“These majestic Thailand elephant are large loving animals that are intelligent, kind, strong and provide many benefits to their forest and community.”
Many people may not know that Asian elephants, including those in Thailand, are classified as “endangered” by the International Union for Conservation of Nature (IUCN). The increased human population, agricultural areas, and global warming have destroyed viable forest areas that are the home of these elephants. From 2009 to 2013, the area of lost forests was comparable to the entire “Bangkok City”.
One factor that we’ve never considered as a key to help reduce global warming is elephants – particularly the way they live or eat.
Here is how the elephants help reduce global warming.
- The more elephants, the more forested area. If the elephant population increases, forest areas will also expand to support the growing population.
- The livelihood and eating habits of the elephants in Thailand help reduce carbon-per-volume density in the atmosphere because they often choose to eat fast-growing plants rather than slow-growing ones.
This claim is backed up by recent research done by Stephen Blake, Ph.D., an assistant professor of biology at Saint Louis University, USA, and his team. The study uses a mathematical model to explore what happens to the wild when there is no elephant. The findings show that the elephant’s eating behavior results in the higher growth rate of slow-growing plants.
“We have studied the population of elephants in the wild together with the ecosystem. We found that forests, where elephants live, have a higher proportion of slow-growing plant density,” said Stephen.
A good example of the slow-growing plant species is lignin, which has high carbon molecules stored in the trunk. Carbon molecules have long contributed to global warming, and when they are kept in those trees because the elephants refuse to eat them, we are one step closer to stop heating the atmosphere.
The research team also predicted the value of the ecosystem that stored carbon molecules above or below ground (carbon storage service) with elephants present in it to be up to $43 billion.
Now let’s explore some key information about Thai elephants to gain a greater understanding of this wonderful species.
Elephants have long bonded with people, whether they live in the forest or the elephant sanctuary. Thai elephants in particular, have strong ties with the social, economic, religious, cultural, or even warfare histories of the country. Thai elephants are integrated with people of all classes of society, ranging from ordinary villagers to the monarchs. Therefore, Thai elephants are considered to be an irreplaceable symbol in Thailand.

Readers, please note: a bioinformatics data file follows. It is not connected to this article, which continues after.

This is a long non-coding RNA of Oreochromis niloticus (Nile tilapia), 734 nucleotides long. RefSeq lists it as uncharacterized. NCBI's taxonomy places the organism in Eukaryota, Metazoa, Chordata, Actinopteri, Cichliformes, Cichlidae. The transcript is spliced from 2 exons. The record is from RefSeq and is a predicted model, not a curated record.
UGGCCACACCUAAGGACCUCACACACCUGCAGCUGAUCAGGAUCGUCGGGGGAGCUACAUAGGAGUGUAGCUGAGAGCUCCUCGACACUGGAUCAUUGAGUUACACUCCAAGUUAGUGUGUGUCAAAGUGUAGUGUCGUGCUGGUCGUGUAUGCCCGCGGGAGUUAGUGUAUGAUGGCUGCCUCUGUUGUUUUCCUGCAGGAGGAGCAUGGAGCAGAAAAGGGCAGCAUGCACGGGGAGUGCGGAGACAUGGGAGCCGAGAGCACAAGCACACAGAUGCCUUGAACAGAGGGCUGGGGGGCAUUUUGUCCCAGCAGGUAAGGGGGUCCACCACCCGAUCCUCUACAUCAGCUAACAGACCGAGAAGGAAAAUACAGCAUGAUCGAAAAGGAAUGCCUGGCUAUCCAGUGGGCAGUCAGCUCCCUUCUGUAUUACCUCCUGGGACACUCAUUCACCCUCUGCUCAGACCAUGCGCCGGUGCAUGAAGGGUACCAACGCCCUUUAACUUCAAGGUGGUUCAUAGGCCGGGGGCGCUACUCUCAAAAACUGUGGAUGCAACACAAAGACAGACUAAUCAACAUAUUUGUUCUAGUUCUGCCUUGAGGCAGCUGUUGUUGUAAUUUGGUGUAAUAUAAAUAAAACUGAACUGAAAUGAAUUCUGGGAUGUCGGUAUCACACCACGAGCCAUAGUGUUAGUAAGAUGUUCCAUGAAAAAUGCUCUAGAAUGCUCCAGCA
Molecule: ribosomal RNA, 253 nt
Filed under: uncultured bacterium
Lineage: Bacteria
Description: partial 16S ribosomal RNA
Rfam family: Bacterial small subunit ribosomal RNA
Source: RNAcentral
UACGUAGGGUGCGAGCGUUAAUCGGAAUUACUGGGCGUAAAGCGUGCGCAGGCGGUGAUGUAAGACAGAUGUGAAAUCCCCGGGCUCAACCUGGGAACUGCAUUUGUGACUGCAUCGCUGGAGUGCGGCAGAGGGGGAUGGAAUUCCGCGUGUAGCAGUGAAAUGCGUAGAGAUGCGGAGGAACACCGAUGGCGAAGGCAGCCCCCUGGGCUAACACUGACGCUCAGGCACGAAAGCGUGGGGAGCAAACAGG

Thai elephants in nature live in the rainforest particularly in the northern, northeastern, western, and southern provinces such as the Klong Saeng region and 5 other interconnected provinces. Aside from wild elephants, Thailand also has multiple elephant nature parks or elephant sanctuaries. Some of you may have heard of Chiang Mai elephant sanctuary, elephant sanctuary Pattaya, and elephant sanctuary in Phuket. Bathing with elephants or feeding them are examples of activities that you can do when you visit these sanctuaries.
At the moment, Thailand is in the process of drawing up a law called the Elephant Act. The act is designed to ensure good quality of life, health, and well-being of the domestic Elephants in Thailand, as well as to maintain the standard care, preserve and protect the welfare of all elephants, and the management of the elephant habitats.
In addition to being a symbol in our society, their presents’ all over the country such as in Chiang Mai, Pattaya, Phuket, and Samui island help with the reduction of the ever-progressing global warming crisis. Their benefits extend beyond their highly intelligent and loving personalities. It is time for us to emphasize the importance of Thai elephants in today’s conservation before it is too late.
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